Images stoke fear of invasion as US warns of 'severe consequences'

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·News Reporter
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Images have stoked fear Russia is about to make a move and invade Ukraine as the US has warned of “severe consequences”.

Satellite photos taken by US-based Maxar Technologies showed troops and ground forces equipment deployed in Klimovo, 13km north of Ukraine.

Equipment was also spied by satellite at Klintsy, which is 30km east of Russia’s border with the Ukraine along with at Yelnya and Pogonovo training area, which are each more than 100km away from the border.

A satellite image of troops and ground forces equipment deployed in Klimovo, 13km north of Ukraine, is seen which appears to show Russian troops and ground forces equipment deployed.
This satellite image appears to show Russian forces and ground equipment just north of the border with Ukraine. Source: Satellite image ©2022 Maxar Technologies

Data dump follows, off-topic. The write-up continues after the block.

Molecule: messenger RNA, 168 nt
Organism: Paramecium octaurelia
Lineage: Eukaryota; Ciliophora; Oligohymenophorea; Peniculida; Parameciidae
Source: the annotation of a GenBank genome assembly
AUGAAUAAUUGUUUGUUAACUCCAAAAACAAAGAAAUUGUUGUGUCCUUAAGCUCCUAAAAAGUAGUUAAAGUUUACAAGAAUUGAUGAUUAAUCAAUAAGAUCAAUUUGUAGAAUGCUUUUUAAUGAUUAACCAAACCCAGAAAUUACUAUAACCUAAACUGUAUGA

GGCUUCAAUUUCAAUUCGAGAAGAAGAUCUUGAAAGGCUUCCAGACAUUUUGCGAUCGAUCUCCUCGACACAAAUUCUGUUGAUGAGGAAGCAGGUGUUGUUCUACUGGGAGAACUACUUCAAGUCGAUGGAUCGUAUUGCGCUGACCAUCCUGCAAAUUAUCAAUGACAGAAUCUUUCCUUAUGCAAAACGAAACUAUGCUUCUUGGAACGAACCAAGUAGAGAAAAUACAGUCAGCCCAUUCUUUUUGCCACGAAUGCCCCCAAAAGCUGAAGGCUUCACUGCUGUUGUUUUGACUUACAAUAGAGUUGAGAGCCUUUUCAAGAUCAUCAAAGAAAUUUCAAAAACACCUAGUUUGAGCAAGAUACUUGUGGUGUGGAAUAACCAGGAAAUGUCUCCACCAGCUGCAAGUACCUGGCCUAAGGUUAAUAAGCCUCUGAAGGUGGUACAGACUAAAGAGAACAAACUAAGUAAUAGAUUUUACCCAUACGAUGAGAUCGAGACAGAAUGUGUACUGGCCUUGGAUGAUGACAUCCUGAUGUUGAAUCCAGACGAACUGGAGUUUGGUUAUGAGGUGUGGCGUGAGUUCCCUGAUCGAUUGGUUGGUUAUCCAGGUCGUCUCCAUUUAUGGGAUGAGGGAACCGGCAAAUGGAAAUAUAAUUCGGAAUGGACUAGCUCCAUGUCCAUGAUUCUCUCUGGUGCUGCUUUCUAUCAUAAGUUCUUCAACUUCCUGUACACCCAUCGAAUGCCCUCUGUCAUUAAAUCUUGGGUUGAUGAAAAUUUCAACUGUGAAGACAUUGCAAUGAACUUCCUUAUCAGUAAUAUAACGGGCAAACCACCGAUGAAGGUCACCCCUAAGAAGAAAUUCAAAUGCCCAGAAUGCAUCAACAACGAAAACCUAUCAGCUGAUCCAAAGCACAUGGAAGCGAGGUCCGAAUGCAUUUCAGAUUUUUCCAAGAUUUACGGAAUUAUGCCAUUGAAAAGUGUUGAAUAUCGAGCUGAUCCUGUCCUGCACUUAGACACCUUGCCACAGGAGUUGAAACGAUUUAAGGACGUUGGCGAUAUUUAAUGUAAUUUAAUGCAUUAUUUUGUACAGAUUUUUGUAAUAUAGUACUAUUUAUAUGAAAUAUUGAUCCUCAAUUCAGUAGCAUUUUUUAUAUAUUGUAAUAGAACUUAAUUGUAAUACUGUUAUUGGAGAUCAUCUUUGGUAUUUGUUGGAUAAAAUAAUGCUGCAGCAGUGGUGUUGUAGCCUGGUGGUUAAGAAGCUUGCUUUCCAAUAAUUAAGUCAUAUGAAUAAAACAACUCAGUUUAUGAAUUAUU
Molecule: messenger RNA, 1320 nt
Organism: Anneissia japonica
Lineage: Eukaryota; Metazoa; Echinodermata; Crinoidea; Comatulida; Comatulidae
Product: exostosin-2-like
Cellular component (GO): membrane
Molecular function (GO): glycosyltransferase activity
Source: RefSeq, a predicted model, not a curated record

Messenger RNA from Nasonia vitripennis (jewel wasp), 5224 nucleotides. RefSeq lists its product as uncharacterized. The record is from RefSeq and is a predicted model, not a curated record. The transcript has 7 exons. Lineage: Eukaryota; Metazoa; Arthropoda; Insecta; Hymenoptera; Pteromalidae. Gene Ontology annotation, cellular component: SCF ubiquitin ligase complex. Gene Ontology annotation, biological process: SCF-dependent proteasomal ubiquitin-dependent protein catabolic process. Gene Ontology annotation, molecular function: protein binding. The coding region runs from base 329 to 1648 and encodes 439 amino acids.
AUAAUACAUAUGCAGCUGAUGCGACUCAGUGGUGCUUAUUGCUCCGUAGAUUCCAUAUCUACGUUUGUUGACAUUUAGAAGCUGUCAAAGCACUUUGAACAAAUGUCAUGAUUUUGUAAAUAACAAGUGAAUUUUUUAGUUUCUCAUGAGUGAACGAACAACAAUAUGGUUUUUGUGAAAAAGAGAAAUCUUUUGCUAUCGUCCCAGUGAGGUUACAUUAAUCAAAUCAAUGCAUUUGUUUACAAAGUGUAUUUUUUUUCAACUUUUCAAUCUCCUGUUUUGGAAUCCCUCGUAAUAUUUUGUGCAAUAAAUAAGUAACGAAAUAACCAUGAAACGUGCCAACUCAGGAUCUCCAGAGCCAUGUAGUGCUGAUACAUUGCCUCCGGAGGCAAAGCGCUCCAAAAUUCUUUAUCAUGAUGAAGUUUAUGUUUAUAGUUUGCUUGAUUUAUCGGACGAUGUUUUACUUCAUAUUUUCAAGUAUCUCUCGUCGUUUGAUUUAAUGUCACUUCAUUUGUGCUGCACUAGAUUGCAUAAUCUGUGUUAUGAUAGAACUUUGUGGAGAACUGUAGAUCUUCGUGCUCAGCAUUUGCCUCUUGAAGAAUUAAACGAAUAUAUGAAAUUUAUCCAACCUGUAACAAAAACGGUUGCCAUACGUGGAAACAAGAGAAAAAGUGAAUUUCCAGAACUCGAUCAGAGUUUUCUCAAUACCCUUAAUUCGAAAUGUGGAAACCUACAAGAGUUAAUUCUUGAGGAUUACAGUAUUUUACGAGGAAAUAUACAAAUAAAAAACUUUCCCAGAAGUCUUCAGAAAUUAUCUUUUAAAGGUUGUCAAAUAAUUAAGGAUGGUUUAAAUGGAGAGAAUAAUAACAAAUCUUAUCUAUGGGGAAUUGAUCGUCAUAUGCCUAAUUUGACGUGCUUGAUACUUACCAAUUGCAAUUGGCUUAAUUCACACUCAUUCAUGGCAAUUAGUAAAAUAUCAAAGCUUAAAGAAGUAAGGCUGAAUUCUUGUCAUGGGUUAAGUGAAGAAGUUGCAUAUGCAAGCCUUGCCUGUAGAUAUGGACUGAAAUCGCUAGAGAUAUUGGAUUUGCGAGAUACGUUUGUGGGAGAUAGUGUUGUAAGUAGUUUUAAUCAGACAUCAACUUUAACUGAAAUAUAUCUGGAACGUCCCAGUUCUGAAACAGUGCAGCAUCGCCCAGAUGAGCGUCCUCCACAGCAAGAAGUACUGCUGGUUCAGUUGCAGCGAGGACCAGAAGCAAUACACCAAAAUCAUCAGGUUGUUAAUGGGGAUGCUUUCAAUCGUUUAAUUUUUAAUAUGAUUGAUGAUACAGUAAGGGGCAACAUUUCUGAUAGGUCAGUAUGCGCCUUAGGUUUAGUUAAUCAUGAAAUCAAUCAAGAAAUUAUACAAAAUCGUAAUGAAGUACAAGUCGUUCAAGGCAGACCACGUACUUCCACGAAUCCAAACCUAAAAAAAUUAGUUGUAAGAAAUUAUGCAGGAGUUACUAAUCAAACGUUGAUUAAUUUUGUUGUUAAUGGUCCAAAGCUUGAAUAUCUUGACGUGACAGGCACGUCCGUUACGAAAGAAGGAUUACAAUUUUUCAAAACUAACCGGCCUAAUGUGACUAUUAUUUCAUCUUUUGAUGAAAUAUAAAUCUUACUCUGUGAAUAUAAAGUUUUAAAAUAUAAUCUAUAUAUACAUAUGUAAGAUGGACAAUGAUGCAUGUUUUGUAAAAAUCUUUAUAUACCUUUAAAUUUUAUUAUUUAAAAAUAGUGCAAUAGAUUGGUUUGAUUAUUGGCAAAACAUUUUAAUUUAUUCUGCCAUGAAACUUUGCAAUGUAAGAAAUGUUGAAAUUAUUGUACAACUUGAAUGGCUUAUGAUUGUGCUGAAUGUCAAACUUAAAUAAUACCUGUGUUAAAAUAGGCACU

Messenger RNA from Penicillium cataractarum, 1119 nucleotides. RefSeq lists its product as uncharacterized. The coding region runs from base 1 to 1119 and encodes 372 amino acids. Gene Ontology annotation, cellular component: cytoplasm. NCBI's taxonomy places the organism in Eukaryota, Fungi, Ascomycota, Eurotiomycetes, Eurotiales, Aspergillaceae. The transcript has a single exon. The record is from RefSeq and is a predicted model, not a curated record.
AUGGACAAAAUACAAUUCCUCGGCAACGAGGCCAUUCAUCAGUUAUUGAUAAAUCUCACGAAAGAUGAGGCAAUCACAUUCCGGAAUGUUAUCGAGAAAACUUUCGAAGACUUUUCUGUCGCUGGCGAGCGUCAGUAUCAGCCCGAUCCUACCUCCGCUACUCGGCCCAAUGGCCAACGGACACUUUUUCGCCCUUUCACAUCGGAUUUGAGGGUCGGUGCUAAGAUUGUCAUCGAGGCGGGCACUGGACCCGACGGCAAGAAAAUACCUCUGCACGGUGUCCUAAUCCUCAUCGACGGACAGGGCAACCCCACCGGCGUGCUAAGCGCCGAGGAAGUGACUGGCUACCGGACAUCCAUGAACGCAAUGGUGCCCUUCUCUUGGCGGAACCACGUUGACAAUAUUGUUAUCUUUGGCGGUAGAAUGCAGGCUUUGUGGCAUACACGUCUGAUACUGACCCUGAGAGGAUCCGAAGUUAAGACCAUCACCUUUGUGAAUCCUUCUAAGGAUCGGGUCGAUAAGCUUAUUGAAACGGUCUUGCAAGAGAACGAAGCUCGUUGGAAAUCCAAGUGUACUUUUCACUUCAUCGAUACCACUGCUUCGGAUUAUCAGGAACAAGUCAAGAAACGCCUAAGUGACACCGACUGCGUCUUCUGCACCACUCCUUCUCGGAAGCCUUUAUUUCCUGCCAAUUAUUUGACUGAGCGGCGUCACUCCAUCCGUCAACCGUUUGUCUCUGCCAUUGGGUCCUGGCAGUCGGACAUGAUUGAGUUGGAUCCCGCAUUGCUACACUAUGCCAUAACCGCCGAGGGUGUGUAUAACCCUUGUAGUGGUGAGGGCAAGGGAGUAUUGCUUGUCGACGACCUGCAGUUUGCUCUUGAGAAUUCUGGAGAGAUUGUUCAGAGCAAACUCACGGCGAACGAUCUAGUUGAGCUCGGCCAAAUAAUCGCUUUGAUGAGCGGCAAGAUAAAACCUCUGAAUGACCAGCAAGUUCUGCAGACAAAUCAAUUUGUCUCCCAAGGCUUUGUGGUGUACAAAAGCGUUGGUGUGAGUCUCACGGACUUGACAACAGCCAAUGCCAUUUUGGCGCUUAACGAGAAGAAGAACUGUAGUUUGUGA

US President Joe Biden said he believes Russian counterpart Vladimir Putin will “move in”.

"Russia will be held accountable if it invades – and it depends on what it does. It's one thing if it's a minor incursion and we end up having to fight about what to do and what to not do, et cetera," Mr Biden said.

"But if they actually do what they're capable of doing ... it is going to be a disaster for Russia if they further invade Ukraine."

A satellite image of troops and ground forces equipment deployed in Klimovo, 13km north of Ukraine, is seen which appears to show Russian troops and ground forces equipment deployed
Another image from above Klimovo. The US has warned of sanction if the Russians invade Ukraine. Source: Satellite image ©2022 Maxar Technologies

Russian officials have repeatedly denied planning to invade, but the Kremlin has massed some 100,000 troops near Ukraine's borders, a buildup the West says is preparation for a war to prevent Ukraine from ever joining the NATO Western security alliance.

White House press secretary Jen Psaki also warned if the Russians did move “it will be met with a swift, severe, and united response from the United States and our allies”.

What Ukraine could mean for Australia